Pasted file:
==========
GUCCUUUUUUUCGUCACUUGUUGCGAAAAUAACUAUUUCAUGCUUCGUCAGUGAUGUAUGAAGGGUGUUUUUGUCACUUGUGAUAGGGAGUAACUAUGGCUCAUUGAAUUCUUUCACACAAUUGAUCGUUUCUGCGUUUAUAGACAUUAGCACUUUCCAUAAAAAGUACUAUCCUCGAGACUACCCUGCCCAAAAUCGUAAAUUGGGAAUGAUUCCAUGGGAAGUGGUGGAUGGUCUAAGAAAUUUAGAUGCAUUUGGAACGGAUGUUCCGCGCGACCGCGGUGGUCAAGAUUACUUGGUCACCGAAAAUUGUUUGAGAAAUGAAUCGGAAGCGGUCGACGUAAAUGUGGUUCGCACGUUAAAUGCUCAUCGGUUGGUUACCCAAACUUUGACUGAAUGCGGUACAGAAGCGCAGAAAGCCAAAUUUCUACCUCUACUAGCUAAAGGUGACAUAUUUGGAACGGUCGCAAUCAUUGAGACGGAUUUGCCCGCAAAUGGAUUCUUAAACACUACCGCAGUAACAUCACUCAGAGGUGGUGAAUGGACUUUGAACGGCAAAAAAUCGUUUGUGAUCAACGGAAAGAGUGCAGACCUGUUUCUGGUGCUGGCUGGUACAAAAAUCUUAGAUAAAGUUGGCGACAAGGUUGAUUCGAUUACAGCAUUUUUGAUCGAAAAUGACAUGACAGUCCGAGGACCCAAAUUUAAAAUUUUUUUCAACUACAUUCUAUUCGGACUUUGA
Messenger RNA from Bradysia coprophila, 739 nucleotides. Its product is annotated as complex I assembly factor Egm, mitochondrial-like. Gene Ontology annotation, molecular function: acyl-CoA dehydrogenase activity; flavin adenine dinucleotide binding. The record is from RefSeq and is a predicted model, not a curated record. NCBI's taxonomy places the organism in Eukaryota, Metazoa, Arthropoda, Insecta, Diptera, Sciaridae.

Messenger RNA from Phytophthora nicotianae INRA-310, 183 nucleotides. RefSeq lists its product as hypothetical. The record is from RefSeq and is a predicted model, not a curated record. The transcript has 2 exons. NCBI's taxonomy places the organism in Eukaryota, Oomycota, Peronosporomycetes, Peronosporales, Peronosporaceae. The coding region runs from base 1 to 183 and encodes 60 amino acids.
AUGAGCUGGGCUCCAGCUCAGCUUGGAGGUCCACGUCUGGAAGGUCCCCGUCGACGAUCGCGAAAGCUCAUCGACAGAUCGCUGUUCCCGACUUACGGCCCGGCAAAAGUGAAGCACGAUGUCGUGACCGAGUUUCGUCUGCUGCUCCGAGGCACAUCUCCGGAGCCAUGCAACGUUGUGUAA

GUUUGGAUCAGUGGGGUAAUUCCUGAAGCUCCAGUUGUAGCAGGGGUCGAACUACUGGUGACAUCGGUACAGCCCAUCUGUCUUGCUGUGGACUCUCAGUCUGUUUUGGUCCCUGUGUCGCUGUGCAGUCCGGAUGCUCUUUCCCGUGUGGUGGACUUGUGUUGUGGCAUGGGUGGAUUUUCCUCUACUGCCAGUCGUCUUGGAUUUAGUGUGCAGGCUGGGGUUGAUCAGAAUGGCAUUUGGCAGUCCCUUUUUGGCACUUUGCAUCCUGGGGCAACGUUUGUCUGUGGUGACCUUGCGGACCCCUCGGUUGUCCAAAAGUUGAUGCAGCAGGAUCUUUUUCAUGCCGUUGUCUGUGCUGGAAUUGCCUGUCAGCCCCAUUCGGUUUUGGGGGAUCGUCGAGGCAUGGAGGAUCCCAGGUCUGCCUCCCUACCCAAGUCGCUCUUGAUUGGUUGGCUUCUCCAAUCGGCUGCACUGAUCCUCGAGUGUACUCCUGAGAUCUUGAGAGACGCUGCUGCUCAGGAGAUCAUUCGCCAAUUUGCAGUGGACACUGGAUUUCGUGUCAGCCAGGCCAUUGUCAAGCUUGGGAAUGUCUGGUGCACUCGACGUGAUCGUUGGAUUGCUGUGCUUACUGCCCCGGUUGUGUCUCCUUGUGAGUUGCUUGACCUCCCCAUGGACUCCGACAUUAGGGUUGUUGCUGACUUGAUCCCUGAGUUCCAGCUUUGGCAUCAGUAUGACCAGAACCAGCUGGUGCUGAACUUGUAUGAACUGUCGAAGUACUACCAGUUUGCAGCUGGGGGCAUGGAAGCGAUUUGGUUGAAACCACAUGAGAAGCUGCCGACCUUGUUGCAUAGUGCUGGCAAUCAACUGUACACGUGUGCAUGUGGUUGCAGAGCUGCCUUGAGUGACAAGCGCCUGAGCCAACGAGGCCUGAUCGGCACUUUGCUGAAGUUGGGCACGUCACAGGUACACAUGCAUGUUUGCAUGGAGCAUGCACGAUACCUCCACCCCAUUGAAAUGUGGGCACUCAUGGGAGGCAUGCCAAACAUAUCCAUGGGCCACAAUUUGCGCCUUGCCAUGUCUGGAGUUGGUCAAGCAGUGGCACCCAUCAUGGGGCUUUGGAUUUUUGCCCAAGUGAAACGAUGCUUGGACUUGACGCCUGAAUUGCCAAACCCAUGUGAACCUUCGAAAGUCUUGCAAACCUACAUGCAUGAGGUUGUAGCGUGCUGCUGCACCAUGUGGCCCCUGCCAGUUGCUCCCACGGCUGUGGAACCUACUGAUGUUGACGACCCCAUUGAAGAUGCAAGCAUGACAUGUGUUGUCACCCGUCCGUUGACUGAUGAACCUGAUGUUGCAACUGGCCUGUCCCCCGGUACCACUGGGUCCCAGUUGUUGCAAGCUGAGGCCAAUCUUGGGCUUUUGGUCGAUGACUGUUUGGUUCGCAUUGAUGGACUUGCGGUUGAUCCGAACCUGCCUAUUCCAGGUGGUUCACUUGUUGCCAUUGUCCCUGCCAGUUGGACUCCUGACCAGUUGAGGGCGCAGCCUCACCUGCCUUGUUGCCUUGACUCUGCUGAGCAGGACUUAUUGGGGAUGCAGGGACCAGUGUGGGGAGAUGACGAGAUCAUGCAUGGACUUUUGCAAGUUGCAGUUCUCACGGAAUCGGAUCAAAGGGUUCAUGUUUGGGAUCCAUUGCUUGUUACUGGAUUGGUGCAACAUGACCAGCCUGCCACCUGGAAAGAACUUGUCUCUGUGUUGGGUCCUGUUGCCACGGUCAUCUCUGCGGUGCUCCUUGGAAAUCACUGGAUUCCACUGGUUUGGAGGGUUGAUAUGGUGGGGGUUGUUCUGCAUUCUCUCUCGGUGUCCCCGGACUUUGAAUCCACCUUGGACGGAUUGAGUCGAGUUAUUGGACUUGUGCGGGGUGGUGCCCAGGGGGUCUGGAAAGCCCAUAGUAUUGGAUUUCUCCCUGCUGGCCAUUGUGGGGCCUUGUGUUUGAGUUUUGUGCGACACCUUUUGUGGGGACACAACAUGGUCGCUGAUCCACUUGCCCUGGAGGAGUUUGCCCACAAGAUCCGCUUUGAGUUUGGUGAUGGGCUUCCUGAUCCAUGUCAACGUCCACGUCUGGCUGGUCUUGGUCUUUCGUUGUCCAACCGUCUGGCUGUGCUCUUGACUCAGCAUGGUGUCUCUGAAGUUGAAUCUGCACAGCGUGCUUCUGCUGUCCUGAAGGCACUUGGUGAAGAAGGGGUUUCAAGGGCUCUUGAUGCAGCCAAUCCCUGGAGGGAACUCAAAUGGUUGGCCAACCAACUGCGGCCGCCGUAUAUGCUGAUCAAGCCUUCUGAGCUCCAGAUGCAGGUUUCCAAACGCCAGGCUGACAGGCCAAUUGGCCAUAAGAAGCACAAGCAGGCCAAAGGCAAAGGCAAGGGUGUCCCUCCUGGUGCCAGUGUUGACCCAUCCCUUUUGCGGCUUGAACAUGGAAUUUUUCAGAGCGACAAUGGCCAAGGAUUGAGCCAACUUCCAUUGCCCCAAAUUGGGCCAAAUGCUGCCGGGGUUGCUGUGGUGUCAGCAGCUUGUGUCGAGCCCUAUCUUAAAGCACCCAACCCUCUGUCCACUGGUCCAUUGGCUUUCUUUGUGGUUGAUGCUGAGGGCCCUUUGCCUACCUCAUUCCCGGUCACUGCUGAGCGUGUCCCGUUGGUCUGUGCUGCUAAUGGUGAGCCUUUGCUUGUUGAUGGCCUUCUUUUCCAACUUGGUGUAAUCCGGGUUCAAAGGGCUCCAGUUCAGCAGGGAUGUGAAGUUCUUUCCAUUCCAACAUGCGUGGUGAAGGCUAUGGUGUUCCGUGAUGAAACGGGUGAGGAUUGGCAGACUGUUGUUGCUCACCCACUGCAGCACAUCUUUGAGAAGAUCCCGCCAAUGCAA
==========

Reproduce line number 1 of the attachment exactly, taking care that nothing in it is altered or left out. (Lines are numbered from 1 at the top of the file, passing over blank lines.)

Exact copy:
GUCCUUUUUUUCGUCACUUGUUGCGAAAAUAACUAUUUCAUGCUUCGUCAGUGAUGUAUGAAGGGUGUUUUUGUCACUUGUGAUAGGGAGUAACUAUGGCUCAUUGAAUUCUUUCACACAAUUGAUCGUUUCUGCGUUUAUAGACAUUAGCACUUUCCAUAAAAAGUACUAUCCUCGAGACUACCCUGCCCAAAAUCGUAAAUUGGGAAUGAUUCCAUGGGAAGUGGUGGAUGGUCUAAGAAAUUUAGAUGCAUUUGGAACGGAUGUUCCGCGCGACCGCGGUGGUCAAGAUUACUUGGUCACCGAAAAUUGUUUGAGAAAUGAAUCGGAAGCGGUCGACGUAAAUGUGGUUCGCACGUUAAAUGCUCAUCGGUUGGUUACCCAAACUUUGACUGAAUGCGGUACAGAAGCGCAGAAAGCCAAAUUUCUACCUCUACUAGCUAAAGGUGACAUAUUUGGAACGGUCGCAAUCAUUGAGACGGAUUUGCCCGCAAAUGGAUUCUUAAACACUACCGCAGUAACAUCACUCAGAGGUGGUGAAUGGACUUUGAACGGCAAAAAAUCGUUUGUGAUCAACGGAAAGAGUGCAGACCUGUUUCUGGUGCUGGCUGGUACAAAAAUCUUAGAUAAAGUUGGCGACAAGGUUGAUUCGAUUACAGCAUUUUUGAUCGAAAAUGACAUGACAGUCCGAGGACCCAAAUUUAAAAUUUUUUUCAACUACAUUCUAUUCGGACUUUGA